Test with 5-10 participants, but typically no more than 10
Test in a decently quiet, trafficked location like a coffee shop or a cafeteria
Have each participant do only 1-2 tasks in order to keep each session short and sweet
Use very basic screening criteria (i.e. In the above example I shared, I would ask each participant whether or not they currently used a mobile banking app of some sort)
Thank each participant for their time and feedback
The above is just one good example of a guerilla usability test. It might not have been a colossal amount of research and data I gathered, but it was extremely valuable and it only took me a couple hours to get. Now that you have an idea of what a guerilla usability test is and you’ve seen what one looks like, you can get out there and conduct one on your own!
Ask any UX designer or Human Factors researcher about their most memorable moments planning or running usability tests, and you’ll hear some real eye-openers. From challenging client relations, to logistical nightmares, to balky participants, planning and executing a successful usability study requires attention to detail, a deft personal touch, and a fair bit of improvisation in the face of the unexpected.
As a mid-career UX professional who has worked in the financial, healthcare, and medical device fields, I’m constantly thinking about ways to improve not only the quality and delivery of data from studies, but the overall process of planning and executing studies. While there is no single “right” way, there are certainly practices that can better the chances of a successful study.
Here are some useful pre- and post-study activities gathered from experience in the field. Some suggestions might be old hat to seasoned professionals, but if even one of them helps someone avoid stress, lost data or squandered time, sharing them will have been worth it.
It can be difficult for ever-busy UXers to step back and make time for the work necessary to interrogate how studies are planned, executed and reported. Yet, planning a short retrospective at the end of each project can ferret out potential areas for improvement that apply not only to the individual study, but to your UX practice as a whole. The devil is in the details, of course; capturing those findings and translating them into action is the real challenge. Subject your own processes to the analytic eye you would turn to a client’s product. Where can they be streamlined or improved?
Do you feel lucky? Well, do you?
Beyond the obvious calamities like no-show participants, minimizing potential problems in study execution comes from experience and the ability to recognize where problems are most likely to occur. If [BAD THING] happened, this session would be totally hosed. Particularly if you are a freelancer or working solo (hence no backup team), assessing the likelihood and impact of those BAD THINGS drives the planning that reduces the risk they will occur and reduces the severity when they do.
Repeat: Redundancy is good for you
Avoid depending solely on digital copies of critical documents. Make sure those digital copies are already downloaded to your laptop because WiFi is ubiquitous until it isn’t. Don’t assume you’ll have time to find a printer at a new study location. Bring paper copies – in particular, several copies of the protocol and discussion guide – organized and ready for quick retrieval.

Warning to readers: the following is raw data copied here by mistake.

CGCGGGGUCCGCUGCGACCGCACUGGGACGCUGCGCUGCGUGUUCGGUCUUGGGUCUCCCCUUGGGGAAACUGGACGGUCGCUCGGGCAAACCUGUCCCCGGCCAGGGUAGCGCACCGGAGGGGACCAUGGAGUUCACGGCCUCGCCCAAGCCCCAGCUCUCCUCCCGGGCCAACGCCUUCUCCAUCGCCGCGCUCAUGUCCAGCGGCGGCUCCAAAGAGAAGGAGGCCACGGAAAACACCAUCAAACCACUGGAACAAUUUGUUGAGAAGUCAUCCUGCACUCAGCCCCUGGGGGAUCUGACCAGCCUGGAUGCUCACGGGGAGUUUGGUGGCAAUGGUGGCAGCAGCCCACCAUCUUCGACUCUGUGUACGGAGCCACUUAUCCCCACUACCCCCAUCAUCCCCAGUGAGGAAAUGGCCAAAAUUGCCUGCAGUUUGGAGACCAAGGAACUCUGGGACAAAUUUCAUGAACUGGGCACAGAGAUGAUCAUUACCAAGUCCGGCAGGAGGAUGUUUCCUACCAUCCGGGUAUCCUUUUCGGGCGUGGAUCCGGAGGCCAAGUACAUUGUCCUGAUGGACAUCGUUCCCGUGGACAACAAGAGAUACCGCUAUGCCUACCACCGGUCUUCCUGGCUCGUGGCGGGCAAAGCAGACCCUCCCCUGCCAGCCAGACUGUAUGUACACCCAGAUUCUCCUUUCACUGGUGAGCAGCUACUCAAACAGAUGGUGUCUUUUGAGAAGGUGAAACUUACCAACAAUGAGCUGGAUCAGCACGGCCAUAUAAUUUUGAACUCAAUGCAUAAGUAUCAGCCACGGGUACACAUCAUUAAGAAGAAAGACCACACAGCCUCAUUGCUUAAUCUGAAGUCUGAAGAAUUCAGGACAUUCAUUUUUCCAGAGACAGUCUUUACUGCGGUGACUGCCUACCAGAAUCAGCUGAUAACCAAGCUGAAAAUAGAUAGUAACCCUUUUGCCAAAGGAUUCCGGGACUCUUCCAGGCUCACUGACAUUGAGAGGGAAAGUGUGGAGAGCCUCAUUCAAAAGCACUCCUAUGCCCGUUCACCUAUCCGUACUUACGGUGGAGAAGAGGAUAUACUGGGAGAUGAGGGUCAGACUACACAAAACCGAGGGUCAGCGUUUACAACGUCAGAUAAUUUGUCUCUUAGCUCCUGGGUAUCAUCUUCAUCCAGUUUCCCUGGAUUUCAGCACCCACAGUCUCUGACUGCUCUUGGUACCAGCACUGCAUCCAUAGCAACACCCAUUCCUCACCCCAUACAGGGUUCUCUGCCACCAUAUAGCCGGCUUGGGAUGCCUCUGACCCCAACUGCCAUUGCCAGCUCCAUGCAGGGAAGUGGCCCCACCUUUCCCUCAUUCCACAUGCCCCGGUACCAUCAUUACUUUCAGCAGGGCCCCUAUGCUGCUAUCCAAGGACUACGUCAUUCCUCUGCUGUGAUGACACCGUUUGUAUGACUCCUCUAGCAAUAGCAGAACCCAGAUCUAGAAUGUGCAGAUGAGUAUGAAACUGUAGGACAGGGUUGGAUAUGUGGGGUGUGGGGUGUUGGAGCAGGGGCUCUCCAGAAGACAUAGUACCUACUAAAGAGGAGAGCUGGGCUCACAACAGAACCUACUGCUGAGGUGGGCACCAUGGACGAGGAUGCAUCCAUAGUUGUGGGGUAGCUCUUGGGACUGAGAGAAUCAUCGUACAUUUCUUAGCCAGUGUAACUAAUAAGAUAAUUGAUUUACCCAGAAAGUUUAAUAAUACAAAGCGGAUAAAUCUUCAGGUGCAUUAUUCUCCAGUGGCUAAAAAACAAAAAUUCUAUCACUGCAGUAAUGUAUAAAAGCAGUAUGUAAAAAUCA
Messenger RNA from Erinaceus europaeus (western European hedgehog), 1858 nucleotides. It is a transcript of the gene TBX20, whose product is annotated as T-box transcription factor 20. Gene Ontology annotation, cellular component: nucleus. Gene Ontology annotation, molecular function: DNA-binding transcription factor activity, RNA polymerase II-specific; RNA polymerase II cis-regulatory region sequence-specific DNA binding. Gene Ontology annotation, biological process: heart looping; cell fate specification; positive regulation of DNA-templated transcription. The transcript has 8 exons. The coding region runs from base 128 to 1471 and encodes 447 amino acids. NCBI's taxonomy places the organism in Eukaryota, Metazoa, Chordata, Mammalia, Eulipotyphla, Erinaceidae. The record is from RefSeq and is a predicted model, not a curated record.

Similarly, if you are testing material products and are responsible for transporting them to the site, have a teammate bring extra in case of lost or stolen luggage, or a fatigue-induced failure to pack. Consider whether mailing them in advance, with tracking, is an option.
Setting it up
Market research facilities
Know the site coordinator.
Make it crystal clear what front desk staff are responsible for, and assume there will be several shift changes over the day, and that your requirements may not survive the inevitable game of telephone.
For anything more complex than registering and compensating participants, provide the front desk with a clear step-by-step description of who gets what and when. This is particularly helpful if you have multiple Informed Consent Forms for different participant groups, or situations where some participants might return for follow-up sessions while others won’t.
In the field
Know your field site. If at all possible, take a walkthrough before your session to familiarize yourself with where things are, and any potential distractions or complications (discovering you’re on a bus route or in a WiFi deadzone, etc.)
If you’re going to be outside, have a fallback plan for inclement weather or an overly noisy environment.
Ensure all devices are fully charged before study start. Always have a backup battery or SD card for any devices you are using.
Check your recording devices. If you’re at a market research facility, check whether some camera adjustment is necessary for the best possible view of the participant.
If you are the one with the recording devices or software, ensure you and your team (if you have one) know how they work. Nothing is more frustrating than discovering after the fact that your session audio wasn’t recorded because someone forgot to press a button. Use sticky note prompts if necessary (you laugh, but it works.)
If you’re a solo practitioner running a study, a Livescribe pen that records audio is a great addition to your note-taking arsenal, because it’s much easier to find a particular sound bite in your notes.